Mary McLeod Bethune
This statue of Mary McLeod Bethune by Robert Berks stands in Lincoln Park on Capitol Hill in Washington DC. The National Park Service gives this run-down on the Memorial.
In 1959 Congress authorized the National Council of Negro Women to build a memorial to its founder, Mary McLeod Bethune, a well-known African American educator and government advisor. Conceived originally to celebrate the 100th anniversary of the Emancipation Proclamation in 1963, the monument was not dedicated until 1974 because of problems with fundraising (the bronze memorial ended up costing $400,000) and the priority given by the Council, an umbrella organization of African American women's groups, to the efforts of the Civil Rights movement. The sculptor of the Bethune Memorial was Robert Berks, an artist based in New York who also sculpted the gigantic Kennedy bust in the Grand Foyer of Washington's Kennedy Center for the Performing Arts. When it was dedicated in 1974, the Bethune Memorial was the first statue of an African American or a woman of any race on public park land in Washington. (The only previous statue of an African American was that of the freed slave in the Emancipation Group, which was based on Archer Alexander, the last man captured under the Fugitive Slave Act). –NPS
Mary Mcleod Bethune
Let her works praise her
The the 1974 dedication plaque points to Dorothy I. Height and the National Council of Negro Women, Inc.
July 10, 1974
National Council of Negro Women, Inc.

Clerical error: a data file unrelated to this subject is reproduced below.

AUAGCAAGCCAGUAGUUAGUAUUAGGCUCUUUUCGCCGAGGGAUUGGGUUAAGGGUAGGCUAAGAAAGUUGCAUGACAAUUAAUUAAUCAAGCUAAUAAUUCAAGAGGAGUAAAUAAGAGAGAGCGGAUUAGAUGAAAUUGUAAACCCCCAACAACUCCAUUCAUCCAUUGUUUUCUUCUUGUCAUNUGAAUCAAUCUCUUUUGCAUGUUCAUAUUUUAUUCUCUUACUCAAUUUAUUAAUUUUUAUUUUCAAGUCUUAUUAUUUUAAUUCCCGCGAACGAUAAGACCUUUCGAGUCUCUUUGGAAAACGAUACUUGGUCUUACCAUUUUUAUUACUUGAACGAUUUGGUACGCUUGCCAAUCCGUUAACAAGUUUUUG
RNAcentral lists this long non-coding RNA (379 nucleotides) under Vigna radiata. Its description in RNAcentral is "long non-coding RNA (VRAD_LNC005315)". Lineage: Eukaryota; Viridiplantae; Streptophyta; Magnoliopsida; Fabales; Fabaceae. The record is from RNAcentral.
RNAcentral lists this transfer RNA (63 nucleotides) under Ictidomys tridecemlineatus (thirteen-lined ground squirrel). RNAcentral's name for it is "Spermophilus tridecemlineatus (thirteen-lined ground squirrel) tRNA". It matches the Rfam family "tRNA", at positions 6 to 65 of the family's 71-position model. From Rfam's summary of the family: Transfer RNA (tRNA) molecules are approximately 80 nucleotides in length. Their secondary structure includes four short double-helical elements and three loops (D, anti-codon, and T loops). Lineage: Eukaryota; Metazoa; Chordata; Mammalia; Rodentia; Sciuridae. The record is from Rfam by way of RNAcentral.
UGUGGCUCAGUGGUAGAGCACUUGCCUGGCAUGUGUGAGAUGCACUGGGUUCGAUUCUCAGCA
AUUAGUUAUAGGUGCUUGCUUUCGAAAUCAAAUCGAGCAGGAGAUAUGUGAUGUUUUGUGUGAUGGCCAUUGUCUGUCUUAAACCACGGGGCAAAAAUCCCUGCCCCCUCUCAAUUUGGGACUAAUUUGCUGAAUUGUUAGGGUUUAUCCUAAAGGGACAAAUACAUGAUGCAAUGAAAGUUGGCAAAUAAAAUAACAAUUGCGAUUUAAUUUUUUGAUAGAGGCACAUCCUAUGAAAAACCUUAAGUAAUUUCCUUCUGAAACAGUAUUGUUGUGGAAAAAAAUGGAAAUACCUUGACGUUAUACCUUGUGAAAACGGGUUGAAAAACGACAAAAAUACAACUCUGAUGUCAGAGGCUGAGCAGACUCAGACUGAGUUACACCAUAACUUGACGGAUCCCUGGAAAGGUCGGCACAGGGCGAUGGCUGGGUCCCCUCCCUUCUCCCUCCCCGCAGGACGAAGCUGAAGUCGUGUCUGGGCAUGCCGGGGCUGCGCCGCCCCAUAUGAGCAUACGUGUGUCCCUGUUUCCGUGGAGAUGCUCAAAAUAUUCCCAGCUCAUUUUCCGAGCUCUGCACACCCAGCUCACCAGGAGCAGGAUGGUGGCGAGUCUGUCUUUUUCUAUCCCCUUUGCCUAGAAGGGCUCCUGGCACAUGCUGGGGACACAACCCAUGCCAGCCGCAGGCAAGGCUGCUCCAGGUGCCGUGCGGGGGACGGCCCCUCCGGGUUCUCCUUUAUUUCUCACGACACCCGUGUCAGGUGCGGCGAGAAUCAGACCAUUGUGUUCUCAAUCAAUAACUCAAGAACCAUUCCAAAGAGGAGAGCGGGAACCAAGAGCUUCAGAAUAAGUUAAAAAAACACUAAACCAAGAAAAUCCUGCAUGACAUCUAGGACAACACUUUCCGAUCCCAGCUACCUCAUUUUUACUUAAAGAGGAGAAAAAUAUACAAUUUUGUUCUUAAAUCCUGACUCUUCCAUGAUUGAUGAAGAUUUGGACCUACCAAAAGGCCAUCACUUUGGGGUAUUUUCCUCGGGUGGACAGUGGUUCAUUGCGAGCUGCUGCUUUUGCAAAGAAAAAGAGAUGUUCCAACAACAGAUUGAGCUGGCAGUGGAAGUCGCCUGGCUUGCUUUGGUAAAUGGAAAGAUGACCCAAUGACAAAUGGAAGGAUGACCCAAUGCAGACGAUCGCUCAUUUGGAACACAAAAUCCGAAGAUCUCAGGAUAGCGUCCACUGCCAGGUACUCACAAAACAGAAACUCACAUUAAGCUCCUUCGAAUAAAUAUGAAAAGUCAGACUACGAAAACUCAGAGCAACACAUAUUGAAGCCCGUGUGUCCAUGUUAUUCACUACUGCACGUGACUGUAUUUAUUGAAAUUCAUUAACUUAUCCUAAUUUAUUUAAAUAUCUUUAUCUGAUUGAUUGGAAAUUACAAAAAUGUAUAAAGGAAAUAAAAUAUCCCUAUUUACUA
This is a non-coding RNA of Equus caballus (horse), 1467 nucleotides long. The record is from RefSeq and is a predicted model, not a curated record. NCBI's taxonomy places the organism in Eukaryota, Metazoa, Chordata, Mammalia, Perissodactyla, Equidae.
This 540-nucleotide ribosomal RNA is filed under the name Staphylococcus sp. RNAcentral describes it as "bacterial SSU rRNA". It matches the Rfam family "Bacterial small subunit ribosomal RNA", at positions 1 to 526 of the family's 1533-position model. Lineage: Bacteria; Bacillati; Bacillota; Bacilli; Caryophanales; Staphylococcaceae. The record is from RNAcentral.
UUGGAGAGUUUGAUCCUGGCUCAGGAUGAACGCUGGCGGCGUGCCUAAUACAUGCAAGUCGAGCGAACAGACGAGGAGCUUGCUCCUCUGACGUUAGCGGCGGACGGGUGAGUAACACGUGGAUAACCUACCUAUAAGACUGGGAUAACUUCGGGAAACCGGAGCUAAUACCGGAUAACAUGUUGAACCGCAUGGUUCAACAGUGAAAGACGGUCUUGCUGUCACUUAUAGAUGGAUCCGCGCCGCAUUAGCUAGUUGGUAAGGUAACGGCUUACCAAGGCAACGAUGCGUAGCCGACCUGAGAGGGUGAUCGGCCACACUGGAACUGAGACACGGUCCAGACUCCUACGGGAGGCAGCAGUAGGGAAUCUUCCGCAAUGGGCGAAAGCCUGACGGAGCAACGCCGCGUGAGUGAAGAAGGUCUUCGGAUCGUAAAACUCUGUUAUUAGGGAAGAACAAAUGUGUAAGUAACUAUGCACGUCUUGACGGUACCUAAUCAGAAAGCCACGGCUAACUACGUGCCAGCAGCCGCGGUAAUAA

Dorothy I. Height
July 10 is Mary McCleod Bethune's birthday; July 10, 1974 would have been her 99th.
The Smithsonian gives us this short biography.
Mary McLeod Bethune (1875-1955) was born of slave parents in South Carolina and went on to become one of the leading black educators. She founded and served as president of Bethune-Cookman College in Daytona Beach, FL. In 1935, she founded the National Council of Negro Women. She also served as special adviser to four presidents from Herbert Hoover to Franklin Roosevelt, who in 1935, appointed her Director of Negro Affairs for his National Youth Administration. The memorial was funded by the National Council of Negro Women who raised the 150,000 dollars needed over a period of thirteen years. According to the National Council of Negro Women, this memorial is the first honoring an African American in the District of Columbia. A quote from Bethune's legacy appears on the base.-- SIRIS
James M. Goode used this photo of the maquette to describe the memorial that had not yet been erected in 1974.
“A 17-foot-high statue of Mrs. Bethune handing a copy of her legacy to two Negro children, an 11-year-old boy and an 8-year-old girl. She holds in her right hand a cane given to her by President Franklin D. Roosevelt.” -- Goode, 1974.
The Emancipation Group depicting Abraham Lincoln and Archer Alexander, can be seen across the park.
When the Bethune Monument was installed in 1974 the Emancipation Group was turned to face east toward the Bethune Monument. Lincoln turns his back on the Capitol but seems to dance with Mary McCleod Bethune.
Around the rim of the Bethune Monument is a sort of poem by Mary Mcleod Bethune extracted from her last will and testament.
I Leave You Love. I Leave You Hope.
I Leave You The Challenge of Developing Confidence In One Another.
I Leave You A Thirst For Education.
I Leave You A Respect For The Use Of Power.
I Leave You Faith.
I Leave You Racial Dignity.
I Leave You A Desire To Live Harmoniously With Your Fellow Men.
I Leave You Finally, A Responsibility To Our Young People.
Mary Mcleod Bethune